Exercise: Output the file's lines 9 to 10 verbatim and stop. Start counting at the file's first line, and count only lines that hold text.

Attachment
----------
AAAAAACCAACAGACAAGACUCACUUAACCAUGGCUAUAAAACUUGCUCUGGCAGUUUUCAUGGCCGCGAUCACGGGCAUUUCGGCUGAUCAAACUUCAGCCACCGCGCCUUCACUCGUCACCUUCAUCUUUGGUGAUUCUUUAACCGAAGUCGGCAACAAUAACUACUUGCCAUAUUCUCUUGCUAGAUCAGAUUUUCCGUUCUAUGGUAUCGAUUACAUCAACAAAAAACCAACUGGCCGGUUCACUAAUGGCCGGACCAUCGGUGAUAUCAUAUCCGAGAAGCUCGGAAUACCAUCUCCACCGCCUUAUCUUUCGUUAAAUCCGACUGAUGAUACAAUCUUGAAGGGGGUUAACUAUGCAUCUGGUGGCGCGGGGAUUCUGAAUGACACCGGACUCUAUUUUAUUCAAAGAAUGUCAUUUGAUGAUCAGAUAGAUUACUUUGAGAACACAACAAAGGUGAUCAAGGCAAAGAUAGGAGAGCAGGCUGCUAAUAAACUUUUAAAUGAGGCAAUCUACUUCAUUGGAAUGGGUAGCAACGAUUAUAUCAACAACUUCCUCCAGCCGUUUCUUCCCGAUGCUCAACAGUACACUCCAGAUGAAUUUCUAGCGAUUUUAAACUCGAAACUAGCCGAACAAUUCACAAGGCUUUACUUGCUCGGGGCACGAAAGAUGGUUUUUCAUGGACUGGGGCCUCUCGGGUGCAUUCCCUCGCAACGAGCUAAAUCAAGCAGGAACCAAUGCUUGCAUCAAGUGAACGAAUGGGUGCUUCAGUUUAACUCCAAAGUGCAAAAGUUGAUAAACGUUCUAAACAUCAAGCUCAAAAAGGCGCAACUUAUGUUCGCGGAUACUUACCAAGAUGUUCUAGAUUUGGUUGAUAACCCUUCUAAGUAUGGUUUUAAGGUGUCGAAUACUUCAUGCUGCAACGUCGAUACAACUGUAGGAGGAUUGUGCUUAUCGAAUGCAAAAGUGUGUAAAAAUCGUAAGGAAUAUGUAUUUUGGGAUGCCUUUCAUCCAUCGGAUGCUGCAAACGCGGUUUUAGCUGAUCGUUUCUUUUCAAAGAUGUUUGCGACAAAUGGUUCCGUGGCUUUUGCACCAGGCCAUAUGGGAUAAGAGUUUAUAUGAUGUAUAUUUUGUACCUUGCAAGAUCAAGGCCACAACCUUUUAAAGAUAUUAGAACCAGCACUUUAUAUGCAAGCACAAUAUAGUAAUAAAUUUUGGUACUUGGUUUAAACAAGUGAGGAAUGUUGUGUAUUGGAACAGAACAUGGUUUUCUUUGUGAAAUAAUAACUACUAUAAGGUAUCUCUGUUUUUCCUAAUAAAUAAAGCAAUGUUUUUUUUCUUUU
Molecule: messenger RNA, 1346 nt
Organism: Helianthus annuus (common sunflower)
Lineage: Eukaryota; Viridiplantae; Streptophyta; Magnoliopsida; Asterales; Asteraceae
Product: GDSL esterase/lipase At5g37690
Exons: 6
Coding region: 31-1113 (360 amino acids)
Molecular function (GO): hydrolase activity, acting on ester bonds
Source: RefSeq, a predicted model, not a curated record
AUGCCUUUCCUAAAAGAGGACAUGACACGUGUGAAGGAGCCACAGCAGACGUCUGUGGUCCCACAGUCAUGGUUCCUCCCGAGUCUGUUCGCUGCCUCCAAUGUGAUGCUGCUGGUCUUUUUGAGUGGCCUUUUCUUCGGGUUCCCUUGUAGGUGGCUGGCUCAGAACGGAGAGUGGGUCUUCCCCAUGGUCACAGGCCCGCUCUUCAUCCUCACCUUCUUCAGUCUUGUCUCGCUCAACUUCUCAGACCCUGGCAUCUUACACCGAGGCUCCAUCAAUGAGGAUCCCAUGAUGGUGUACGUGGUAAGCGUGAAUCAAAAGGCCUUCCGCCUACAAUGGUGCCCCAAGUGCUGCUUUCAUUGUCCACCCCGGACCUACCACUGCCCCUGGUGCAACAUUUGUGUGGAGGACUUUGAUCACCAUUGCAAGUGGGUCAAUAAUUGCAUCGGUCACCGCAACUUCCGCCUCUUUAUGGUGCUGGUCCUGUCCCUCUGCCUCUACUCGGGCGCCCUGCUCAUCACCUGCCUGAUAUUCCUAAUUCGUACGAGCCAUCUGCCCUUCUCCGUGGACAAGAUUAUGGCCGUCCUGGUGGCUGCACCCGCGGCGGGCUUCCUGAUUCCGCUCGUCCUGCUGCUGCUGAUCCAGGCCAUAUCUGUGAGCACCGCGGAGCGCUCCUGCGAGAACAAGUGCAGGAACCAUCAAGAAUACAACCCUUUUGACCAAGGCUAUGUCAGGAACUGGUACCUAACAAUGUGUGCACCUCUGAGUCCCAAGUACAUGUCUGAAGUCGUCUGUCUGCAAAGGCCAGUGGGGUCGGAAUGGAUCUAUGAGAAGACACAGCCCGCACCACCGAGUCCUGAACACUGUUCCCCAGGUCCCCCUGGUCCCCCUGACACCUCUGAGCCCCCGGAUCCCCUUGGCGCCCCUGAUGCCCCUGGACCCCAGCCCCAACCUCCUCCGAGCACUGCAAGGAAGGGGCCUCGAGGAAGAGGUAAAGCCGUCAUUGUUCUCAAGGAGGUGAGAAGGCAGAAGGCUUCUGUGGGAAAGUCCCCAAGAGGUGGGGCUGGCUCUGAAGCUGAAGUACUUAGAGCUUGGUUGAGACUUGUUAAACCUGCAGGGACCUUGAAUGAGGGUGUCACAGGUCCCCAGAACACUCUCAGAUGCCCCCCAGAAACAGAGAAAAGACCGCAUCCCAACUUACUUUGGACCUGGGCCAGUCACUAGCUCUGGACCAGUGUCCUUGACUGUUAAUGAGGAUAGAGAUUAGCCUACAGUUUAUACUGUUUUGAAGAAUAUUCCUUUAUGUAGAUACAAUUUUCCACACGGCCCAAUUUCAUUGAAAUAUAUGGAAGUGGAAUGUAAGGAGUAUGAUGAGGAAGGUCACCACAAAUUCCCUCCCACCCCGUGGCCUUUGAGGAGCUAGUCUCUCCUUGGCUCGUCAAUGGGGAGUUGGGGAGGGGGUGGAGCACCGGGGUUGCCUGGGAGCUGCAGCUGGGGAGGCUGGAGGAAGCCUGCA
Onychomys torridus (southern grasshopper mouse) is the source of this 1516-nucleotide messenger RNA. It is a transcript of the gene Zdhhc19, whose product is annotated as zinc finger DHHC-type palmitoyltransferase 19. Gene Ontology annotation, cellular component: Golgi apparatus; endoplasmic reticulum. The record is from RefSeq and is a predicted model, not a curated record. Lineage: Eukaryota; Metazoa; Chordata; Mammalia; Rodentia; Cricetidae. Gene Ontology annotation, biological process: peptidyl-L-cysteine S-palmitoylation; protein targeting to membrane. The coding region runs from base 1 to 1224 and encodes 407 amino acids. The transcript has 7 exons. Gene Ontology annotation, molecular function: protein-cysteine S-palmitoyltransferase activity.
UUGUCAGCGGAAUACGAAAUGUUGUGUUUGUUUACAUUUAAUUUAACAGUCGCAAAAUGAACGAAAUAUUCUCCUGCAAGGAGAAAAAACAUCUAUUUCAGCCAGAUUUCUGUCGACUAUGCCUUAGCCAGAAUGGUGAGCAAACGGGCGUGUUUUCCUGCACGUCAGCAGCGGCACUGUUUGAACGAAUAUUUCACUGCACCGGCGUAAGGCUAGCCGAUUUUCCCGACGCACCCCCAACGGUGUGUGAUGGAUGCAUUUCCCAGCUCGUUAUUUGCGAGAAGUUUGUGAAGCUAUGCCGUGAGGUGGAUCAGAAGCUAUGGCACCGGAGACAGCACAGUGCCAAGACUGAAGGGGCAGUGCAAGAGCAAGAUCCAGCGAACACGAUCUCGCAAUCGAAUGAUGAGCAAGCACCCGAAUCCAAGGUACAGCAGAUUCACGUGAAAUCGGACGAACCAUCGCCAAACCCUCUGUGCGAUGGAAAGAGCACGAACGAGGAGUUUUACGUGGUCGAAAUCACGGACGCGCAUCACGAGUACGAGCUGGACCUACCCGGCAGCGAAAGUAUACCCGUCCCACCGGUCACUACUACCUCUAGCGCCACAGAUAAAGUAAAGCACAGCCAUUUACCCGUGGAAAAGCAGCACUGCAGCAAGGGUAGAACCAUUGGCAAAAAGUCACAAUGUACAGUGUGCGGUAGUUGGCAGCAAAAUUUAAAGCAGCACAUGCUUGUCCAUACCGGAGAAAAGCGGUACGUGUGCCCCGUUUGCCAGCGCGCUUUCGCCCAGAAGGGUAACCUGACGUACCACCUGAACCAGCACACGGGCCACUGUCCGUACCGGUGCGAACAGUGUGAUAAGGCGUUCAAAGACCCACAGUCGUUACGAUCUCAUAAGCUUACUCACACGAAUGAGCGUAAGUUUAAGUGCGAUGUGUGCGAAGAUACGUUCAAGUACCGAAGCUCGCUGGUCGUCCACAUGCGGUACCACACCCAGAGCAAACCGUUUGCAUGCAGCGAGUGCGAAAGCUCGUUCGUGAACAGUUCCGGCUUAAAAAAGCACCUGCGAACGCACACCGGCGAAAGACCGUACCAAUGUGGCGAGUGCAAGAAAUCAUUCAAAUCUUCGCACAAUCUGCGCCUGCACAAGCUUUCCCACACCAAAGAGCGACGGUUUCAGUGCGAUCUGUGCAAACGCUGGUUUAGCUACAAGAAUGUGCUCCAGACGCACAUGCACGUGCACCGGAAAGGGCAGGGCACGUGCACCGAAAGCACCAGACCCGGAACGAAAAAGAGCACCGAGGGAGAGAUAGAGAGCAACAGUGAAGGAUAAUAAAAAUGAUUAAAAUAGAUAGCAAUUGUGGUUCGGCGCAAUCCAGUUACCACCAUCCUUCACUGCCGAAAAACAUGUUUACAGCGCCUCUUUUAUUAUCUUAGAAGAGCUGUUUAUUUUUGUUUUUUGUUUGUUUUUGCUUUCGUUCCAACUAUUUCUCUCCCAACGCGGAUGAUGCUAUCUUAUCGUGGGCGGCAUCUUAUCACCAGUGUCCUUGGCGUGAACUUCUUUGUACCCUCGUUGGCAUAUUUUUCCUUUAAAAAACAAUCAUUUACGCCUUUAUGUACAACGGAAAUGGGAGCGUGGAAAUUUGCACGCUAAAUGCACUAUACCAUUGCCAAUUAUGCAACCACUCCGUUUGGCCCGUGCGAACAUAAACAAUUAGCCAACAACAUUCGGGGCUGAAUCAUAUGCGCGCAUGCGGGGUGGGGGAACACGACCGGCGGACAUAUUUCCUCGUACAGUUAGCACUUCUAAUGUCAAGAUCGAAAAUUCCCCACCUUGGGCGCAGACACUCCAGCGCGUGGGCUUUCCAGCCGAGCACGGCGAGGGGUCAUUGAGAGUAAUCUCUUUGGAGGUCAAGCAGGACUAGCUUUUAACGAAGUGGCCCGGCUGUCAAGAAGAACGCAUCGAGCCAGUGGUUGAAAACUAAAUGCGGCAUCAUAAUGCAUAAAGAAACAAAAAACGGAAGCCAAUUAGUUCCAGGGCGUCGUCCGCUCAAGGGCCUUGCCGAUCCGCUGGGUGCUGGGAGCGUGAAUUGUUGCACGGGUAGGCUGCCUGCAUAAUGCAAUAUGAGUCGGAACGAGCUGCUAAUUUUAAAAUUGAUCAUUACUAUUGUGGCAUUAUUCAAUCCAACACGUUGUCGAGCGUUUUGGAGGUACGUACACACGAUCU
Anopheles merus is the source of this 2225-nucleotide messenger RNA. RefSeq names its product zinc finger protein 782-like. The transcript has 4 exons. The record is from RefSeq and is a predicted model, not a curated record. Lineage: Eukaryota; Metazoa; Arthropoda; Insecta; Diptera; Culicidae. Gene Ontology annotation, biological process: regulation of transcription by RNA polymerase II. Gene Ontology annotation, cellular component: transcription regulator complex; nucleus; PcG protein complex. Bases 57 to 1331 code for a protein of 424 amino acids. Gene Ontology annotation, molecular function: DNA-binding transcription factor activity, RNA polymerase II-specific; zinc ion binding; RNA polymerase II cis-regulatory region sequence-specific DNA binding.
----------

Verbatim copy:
Source: RefSeq, a predicted model, not a curated record
AUGCCUUUCCUAAAAGAGGACAUGACACGUGUGAAGGAGCCACAGCAGACGUCUGUGGUCCCACAGUCAUGGUUCCUCCCGAGUCUGUUCGCUGCCUCCAAUGUGAUGCUGCUGGUCUUUUUGAGUGGCCUUUUCUUCGGGUUCCCUUGUAGGUGGCUGGCUCAGAACGGAGAGUGGGUCUUCCCCAUGGUCACAGGCCCGCUCUUCAUCCUCACCUUCUUCAGUCUUGUCUCGCUCAACUUCUCAGACCCUGGCAUCUUACACCGAGGCUCCAUCAAUGAGGAUCCCAUGAUGGUGUACGUGGUAAGCGUGAAUCAAAAGGCCUUCCGCCUACAAUGGUGCCCCAAGUGCUGCUUUCAUUGUCCACCCCGGACCUACCACUGCCCCUGGUGCAACAUUUGUGUGGAGGACUUUGAUCACCAUUGCAAGUGGGUCAAUAAUUGCAUCGGUCACCGCAACUUCCGCCUCUUUAUGGUGCUGGUCCUGUCCCUCUGCCUCUACUCGGGCGCCCUGCUCAUCACCUGCCUGAUAUUCCUAAUUCGUACGAGCCAUCUGCCCUUCUCCGUGGACAAGAUUAUGGCCGUCCUGGUGGCUGCACCCGCGGCGGGCUUCCUGAUUCCGCUCGUCCUGCUGCUGCUGAUCCAGGCCAUAUCUGUGAGCACCGCGGAGCGCUCCUGCGAGAACAAGUGCAGGAACCAUCAAGAAUACAACCCUUUUGACCAAGGCUAUGUCAGGAACUGGUACCUAACAAUGUGUGCACCUCUGAGUCCCAAGUACAUGUCUGAAGUCGUCUGUCUGCAAAGGCCAGUGGGGUCGGAAUGGAUCUAUGAGAAGACACAGCCCGCACCACCGAGUCCUGAACACUGUUCCCCAGGUCCCCCUGGUCCCCCUGACACCUCUGAGCCCCCGGAUCCCCUUGGCGCCCCUGAUGCCCCUGGACCCCAGCCCCAACCUCCUCCGAGCACUGCAAGGAAGGGGCCUCGAGGAAGAGGUAAAGCCGUCAUUGUUCUCAAGGAGGUGAGAAGGCAGAAGGCUUCUGUGGGAAAGUCCCCAAGAGGUGGGGCUGGCUCUGAAGCUGAAGUACUUAGAGCUUGGUUGAGACUUGUUAAACCUGCAGGGACCUUGAAUGAGGGUGUCACAGGUCCCCAGAACACUCUCAGAUGCCCCCCAGAAACAGAGAAAAGACCGCAUCCCAACUUACUUUGGACCUGGGCCAGUCACUAGCUCUGGACCAGUGUCCUUGACUGUUAAUGAGGAUAGAGAUUAGCCUACAGUUUAUACUGUUUUGAAGAAUAUUCCUUUAUGUAGAUACAAUUUUCCACACGGCCCAAUUUCAUUGAAAUAUAUGGAAGUGGAAUGUAAGGAGUAUGAUGAGGAAGGUCACCACAAAUUCCCUCCCACCCCGUGGCCUUUGAGGAGCUAGUCUCUCCUUGGCUCGUCAAUGGGGAGUUGGGGAGGGGGUGGAGCACCGGGGUUGCCUGGGAGCUGCAGCUGGGGAGGCUGGAGGAAGCCUGCA